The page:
after the corticotomy is completed;
               - this will reduce the chance that the corticotomy will cause a frx through the half pin site;


- Delayed Distraction:
    - angulation (or distraction) of the osteotomy is delayed for a period of about 7-14 days during which time the bone progenitor cells are mobilized;
           - delay 7-10 days for patients younger than 10 years, and delay approx 14 days for patients older than 10 years;
           - distraction can be delayed even longer when the osteotomy has been performed thru cortical bone;
    - delay in distraction allows bone healing to progress thru the acute inflammatory phase and enter into the reparative of bone healing;


- Distraction Phase:
    - see distraction phase discussion by Dr. Mangal Parihar;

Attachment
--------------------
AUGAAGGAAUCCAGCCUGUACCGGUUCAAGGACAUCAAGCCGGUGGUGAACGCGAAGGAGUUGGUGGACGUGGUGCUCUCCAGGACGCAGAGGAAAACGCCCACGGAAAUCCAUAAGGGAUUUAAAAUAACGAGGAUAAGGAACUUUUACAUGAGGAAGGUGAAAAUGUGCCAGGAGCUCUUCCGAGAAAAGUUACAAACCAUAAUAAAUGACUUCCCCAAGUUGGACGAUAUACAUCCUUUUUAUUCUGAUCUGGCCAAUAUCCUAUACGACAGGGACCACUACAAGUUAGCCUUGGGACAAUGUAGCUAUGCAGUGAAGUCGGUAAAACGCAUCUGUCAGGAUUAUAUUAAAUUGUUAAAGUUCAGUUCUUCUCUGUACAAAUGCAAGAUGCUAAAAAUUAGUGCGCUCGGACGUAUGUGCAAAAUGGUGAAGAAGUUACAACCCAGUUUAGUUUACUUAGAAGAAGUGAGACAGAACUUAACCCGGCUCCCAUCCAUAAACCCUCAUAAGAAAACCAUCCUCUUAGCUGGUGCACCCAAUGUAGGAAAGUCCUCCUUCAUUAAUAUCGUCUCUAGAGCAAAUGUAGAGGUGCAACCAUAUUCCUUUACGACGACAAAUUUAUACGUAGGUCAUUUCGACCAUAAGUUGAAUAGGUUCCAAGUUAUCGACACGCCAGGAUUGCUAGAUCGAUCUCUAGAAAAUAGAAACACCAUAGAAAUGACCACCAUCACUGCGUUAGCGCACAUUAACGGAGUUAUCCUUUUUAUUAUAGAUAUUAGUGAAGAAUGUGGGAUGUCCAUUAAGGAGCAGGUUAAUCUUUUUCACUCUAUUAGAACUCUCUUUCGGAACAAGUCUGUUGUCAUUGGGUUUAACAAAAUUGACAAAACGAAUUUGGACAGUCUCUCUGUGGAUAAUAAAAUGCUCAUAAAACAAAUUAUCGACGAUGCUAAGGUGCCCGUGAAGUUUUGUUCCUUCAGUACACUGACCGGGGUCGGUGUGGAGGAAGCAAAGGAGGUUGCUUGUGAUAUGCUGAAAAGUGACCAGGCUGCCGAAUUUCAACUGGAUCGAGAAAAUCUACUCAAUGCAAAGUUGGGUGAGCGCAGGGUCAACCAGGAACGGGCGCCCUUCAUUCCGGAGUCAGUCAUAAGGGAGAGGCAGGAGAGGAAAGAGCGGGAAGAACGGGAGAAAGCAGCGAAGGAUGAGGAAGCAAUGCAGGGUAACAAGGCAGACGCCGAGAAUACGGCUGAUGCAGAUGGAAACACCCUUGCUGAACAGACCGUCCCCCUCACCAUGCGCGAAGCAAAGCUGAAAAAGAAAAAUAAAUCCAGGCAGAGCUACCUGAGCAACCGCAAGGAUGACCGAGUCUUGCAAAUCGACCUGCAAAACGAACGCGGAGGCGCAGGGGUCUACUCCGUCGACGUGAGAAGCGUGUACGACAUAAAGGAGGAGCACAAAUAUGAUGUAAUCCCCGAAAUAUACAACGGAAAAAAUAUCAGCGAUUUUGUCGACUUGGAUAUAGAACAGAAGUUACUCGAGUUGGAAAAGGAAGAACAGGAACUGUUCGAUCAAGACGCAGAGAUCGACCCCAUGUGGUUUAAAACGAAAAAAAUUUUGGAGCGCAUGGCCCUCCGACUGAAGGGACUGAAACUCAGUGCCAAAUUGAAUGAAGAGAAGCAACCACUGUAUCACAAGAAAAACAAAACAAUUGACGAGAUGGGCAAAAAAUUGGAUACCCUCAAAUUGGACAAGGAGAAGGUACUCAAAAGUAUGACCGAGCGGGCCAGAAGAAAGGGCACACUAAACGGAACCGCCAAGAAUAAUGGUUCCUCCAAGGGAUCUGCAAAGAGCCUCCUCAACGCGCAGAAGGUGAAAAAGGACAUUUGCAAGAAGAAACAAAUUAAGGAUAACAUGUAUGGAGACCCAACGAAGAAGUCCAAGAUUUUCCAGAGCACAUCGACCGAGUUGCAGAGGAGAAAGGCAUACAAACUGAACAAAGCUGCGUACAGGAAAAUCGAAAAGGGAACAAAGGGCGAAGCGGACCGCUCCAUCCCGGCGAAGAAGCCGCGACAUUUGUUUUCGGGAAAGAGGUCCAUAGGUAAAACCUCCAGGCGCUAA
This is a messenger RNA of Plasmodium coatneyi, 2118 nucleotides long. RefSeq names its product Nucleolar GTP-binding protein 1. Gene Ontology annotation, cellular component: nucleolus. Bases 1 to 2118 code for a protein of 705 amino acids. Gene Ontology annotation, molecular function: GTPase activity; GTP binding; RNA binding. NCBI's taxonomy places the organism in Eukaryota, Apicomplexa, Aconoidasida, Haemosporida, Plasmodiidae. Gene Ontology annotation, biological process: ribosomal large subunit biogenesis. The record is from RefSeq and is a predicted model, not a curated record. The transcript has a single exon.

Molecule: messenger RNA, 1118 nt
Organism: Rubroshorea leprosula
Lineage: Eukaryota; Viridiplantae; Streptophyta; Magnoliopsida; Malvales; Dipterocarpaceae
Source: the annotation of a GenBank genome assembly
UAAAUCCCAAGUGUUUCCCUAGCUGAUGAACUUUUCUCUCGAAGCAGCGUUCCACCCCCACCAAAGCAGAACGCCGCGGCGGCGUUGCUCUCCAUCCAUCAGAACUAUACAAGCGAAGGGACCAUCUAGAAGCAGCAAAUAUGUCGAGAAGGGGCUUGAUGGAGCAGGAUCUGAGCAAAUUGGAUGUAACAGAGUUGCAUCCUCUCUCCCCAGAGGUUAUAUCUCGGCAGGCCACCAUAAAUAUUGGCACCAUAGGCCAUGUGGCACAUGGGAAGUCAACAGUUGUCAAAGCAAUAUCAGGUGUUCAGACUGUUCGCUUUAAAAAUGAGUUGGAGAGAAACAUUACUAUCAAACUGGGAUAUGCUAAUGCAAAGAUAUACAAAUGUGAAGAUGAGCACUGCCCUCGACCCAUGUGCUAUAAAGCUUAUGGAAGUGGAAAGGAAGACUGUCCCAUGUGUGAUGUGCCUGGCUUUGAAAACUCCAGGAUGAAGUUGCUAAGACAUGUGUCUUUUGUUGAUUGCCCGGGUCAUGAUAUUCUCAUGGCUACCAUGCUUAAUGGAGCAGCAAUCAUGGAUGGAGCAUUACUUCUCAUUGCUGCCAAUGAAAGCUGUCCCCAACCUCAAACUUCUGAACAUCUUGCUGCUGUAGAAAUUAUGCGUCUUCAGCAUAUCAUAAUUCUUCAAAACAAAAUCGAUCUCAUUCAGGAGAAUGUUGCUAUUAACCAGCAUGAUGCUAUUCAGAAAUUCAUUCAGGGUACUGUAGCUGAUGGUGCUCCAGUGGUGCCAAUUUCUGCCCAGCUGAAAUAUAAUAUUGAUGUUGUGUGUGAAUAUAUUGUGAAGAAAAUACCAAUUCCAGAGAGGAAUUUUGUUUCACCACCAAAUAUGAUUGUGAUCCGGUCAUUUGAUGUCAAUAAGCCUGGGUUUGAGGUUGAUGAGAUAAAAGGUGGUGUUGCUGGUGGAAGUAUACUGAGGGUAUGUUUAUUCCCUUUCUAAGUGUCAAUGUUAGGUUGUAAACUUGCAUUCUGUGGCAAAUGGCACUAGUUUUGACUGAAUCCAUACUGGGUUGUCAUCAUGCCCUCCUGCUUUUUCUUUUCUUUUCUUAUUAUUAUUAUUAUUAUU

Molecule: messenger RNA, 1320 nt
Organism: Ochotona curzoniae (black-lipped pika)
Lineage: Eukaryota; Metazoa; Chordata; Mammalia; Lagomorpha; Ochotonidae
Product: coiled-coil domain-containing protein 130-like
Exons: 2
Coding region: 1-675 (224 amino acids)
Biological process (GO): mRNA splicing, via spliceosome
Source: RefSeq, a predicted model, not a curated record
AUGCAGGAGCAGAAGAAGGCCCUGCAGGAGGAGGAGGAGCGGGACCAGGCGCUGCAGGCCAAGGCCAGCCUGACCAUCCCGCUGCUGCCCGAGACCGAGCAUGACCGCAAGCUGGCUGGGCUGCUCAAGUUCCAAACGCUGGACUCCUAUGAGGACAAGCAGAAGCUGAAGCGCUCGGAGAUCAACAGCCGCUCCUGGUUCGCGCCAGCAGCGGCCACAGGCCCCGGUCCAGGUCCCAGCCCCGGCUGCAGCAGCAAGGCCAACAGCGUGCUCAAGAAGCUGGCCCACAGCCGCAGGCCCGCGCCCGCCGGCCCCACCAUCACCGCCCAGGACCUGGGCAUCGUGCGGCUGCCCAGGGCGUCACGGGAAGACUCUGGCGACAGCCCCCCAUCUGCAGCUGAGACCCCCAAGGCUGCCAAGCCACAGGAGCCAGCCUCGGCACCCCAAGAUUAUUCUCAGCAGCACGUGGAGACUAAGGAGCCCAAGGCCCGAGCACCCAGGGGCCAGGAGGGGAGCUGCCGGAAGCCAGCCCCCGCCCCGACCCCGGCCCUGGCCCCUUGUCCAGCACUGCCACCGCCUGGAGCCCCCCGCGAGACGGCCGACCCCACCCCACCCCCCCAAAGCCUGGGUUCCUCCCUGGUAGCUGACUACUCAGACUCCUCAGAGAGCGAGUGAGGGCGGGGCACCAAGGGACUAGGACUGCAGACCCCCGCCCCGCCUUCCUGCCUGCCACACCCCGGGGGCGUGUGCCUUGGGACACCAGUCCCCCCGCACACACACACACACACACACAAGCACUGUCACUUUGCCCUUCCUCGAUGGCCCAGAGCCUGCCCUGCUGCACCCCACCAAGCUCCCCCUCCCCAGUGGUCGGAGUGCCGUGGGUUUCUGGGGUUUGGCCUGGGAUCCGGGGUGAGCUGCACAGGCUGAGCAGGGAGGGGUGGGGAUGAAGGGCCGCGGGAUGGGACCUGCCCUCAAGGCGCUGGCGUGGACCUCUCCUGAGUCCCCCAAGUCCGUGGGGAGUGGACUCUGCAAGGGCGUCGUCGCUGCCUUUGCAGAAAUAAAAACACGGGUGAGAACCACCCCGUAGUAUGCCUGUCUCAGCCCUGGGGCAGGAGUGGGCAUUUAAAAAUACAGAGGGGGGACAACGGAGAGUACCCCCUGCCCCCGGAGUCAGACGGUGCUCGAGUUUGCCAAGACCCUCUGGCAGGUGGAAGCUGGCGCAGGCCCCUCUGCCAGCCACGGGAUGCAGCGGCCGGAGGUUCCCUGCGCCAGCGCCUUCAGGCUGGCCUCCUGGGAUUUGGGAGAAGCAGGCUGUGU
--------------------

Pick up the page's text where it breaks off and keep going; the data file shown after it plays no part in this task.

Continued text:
- following latency period, distraction of 1 mm per day (0.25 mm q6 hour) yields most optimal results;
         - distraction less than 0.5 mm / day may result in premature consolidation, whereas more than 2 mm per day over-extends the bone regeneration process;
         - on average distraction procedes at 1 mm per day, but this is influenced by factors such as age, bone vascularity, etc.;
    - if the radiographic appearance of the regenerate contains central radiolucency greater than 8 mm then the distraction may be too fast and conversely, if the central radiolucency is less than 2 mm then the distraction may be proceding too slowly;  
    - radiographs taken at the 4th postoperative week should reveal some callus formation;
           - if callus is not seen, then distraction should be temporarily slowed or reversed;
           - if premature consolidation is present, then consider increasing distraction to 1.25 mm per day;
    - external fixation is then maintained until callus becomes mature;
    - references:
           - The Tension-Stress Effect on the Genesis and Growth of Tissues: II. The Influence of the Rate and Frequency of Distraction
           - Technique: Metaphyseal distraction for lower limb lengthening and correction of axial deformities.